all saints church from the north west

About us

Our congregation

The congregation of All Saints' Maidstone is known for its warm and caring attitude. It is a small congregation and everyone is known and cared for.

The congregation is diverse in terms of age, race and gender.

Our clergy

The rector is the Reverend Fr Clement Mbatha, in addition the Reverend Irene Joss, a retired clergy person, assists with the worship and preaching.

Our style of worship

We use the Anglican Prayer Book 1989 for our liturgy, we have an accomplished organist and our usual form of worship is the sung Eucharist. Most of our hymns are selected from Hymns Ancient and Modern - New Standard. We draw on the rich and beautiful tradition of Anglican worship to glorify God.

Our church

The church was built in the 1930s and has been furnished and decorated lovingly over the years with beautifully carved lecterns, prayer tables, priest's and bishop's chairs and altar. In addition stained glass windows given to the church in memory of past parishioners provide light and colour to the interior of the building. The rose window in the east gable of the church was made by the well known and important stained glass artist of the 20th century, Wilgie Vann-Hall.

Our church also has an altar-piece or reredos carved by of of KZN's most important sculptors of the 20th century, Mary Stainbank.

Rich art, music and liturgy help us to worship God in the beauty of holiness.

Our history

The village of Maidstone was built by the Tongaat Sugar Company (TSC) to house the white workers of the Maidstone Sugar Factory. Maidstone was named after Maidstone in Kent, England. All Saints’ Church was likewise named after the parish church in Maidstone, Kent.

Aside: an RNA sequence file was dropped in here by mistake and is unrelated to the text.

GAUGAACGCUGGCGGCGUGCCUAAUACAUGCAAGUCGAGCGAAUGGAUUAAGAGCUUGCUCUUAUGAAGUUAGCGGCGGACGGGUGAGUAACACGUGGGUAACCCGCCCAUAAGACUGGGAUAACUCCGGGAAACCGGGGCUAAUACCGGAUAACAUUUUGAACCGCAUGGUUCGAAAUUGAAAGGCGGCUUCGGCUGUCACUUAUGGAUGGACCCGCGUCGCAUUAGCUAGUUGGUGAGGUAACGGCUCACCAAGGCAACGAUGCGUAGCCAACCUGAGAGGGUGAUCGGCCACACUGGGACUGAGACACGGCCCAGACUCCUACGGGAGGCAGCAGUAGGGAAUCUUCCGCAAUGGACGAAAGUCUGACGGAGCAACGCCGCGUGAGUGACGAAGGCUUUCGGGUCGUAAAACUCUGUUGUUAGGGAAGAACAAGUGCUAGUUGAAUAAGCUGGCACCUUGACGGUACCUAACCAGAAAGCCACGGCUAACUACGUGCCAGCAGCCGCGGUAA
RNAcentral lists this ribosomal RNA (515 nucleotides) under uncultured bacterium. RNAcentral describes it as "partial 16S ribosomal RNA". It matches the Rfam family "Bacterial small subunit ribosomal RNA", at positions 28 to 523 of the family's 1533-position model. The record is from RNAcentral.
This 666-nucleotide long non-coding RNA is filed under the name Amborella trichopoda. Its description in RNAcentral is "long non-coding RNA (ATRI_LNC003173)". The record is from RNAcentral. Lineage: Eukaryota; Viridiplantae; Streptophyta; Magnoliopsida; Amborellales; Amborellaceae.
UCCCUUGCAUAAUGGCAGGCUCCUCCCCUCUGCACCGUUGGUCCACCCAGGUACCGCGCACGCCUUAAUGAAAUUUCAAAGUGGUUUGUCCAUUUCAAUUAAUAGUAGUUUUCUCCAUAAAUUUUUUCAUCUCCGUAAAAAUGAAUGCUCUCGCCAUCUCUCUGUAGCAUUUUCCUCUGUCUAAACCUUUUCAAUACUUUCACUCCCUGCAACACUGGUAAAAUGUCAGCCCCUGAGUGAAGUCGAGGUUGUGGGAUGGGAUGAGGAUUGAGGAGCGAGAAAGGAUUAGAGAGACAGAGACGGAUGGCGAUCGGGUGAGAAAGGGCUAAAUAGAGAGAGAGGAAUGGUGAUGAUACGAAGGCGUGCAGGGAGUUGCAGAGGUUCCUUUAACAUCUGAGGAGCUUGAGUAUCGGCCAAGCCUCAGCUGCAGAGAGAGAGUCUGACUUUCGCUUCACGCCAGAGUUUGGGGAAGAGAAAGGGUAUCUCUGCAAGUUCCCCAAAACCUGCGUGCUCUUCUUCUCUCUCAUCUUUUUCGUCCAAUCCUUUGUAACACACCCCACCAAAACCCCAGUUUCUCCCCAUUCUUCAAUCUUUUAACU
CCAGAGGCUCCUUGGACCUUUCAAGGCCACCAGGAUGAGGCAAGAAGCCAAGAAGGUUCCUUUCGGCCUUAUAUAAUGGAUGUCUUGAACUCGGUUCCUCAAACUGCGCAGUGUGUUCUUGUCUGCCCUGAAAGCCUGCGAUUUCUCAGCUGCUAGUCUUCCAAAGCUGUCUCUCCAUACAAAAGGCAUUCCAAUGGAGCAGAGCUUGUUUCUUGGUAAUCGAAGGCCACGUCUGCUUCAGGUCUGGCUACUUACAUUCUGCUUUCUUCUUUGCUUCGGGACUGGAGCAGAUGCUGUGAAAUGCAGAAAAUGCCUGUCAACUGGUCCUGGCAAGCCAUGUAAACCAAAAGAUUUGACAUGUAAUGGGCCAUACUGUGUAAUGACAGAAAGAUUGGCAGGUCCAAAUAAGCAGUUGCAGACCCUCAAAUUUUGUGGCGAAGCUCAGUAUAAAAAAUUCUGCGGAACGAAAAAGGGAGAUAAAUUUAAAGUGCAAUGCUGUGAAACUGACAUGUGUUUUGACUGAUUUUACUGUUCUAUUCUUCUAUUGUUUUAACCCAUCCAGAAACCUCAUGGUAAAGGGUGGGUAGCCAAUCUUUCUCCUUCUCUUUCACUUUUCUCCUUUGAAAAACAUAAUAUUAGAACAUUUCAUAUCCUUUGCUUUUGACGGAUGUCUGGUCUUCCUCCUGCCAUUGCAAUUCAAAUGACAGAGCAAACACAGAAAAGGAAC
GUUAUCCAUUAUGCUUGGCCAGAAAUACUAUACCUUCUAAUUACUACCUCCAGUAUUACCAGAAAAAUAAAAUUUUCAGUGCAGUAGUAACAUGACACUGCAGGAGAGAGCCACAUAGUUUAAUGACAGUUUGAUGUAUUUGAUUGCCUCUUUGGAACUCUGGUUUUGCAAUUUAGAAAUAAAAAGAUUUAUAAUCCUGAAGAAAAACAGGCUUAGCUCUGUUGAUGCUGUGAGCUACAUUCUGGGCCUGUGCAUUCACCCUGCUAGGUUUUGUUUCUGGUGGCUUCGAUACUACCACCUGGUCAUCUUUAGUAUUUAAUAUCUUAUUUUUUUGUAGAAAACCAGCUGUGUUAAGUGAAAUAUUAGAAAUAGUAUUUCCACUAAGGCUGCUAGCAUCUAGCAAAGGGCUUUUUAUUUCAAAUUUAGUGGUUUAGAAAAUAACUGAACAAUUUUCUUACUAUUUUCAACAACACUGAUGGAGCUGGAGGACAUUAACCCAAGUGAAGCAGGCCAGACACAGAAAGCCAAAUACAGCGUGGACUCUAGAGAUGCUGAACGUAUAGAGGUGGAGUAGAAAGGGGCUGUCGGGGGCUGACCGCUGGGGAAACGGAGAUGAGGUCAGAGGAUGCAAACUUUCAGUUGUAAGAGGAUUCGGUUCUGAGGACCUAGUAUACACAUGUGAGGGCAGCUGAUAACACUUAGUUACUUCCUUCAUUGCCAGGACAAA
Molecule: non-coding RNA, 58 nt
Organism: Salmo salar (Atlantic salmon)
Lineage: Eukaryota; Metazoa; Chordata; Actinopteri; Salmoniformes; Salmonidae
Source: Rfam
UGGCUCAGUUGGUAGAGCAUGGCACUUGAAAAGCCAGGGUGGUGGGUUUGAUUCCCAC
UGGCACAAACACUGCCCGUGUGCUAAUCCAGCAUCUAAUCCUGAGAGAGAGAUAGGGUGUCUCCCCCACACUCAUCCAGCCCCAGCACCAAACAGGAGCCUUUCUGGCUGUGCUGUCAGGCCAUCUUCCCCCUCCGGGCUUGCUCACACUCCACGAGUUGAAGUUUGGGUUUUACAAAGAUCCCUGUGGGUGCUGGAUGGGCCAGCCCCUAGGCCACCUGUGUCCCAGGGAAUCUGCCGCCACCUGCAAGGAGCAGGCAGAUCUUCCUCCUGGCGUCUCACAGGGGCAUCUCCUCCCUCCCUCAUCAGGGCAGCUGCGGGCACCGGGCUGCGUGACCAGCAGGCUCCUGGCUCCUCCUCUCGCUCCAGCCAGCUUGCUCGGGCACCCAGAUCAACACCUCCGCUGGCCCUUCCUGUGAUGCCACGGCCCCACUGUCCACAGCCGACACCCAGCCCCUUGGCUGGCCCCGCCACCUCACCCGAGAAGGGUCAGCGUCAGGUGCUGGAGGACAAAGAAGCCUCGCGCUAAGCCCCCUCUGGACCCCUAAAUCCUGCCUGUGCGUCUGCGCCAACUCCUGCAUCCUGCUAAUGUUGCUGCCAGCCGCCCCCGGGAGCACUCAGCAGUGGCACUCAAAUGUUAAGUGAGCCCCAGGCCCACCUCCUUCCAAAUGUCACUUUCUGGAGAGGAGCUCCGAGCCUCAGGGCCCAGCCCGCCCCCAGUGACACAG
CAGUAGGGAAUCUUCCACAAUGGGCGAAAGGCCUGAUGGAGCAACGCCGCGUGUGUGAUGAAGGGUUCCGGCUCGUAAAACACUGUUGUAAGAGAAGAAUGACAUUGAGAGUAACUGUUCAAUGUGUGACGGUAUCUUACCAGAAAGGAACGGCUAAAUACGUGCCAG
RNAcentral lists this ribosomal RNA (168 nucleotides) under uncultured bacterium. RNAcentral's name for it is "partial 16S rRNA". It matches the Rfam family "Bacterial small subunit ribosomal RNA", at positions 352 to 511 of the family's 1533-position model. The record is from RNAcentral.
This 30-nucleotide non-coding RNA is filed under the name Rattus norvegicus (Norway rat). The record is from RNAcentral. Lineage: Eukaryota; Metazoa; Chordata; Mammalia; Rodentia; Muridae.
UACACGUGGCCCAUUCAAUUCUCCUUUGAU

Prior to the 1930s there were two sugar mills in the Tongaat district; the first was the Tongaat Mill which was located in the area now known as 299, the second was the Maidstone Mill. The Tongaat Mill was closed and moved to Maidstone circa 1930. This meant that many of the mill workers moved from Tongaat to Maidstone. St John’s Church in Tongaat (which was a chapelry of the parish of Verulam) served the Anglicans of Tongaat. The “centre of gravity” of its congregation was moving to Maidstone and so the Vestry of the Parish of Verulam wrote to the TSC in 1927 requesting a site for a church at Maidstone Village to serve the growing number of Anglicans living there. On 6 February 1930, thirty-eight members of the Maidstone sugar mill staff wrote to the Secretary of the TSC confirming that they would support the erection of a church in Maidstone. They pointed out that a church would have a good moral and social influence on the community and would be a welcome addition to the district’s architecture. Land for a church was offered for purchase or lease to Mr Thomas Edward Hamlyn, who farmed at Frasers, and was a farmers’ representative on the board of directors of the TSC. (Watson, 1960, p. 148) In the company’s offer, Edward Saunders, the owner and manager of the TSC stipulated that the building was to have a tiled roof and the walls were to be a least nine inches thick, in addition the “Land sold must be used for European church purposes and European church purposes only”. The directors of the company also reserved the right to intervene should the grounds or buildings not remain in a state of proper repair. There is no further mention of the Maidstone Anglican church in the management reports or minutes of the TSC.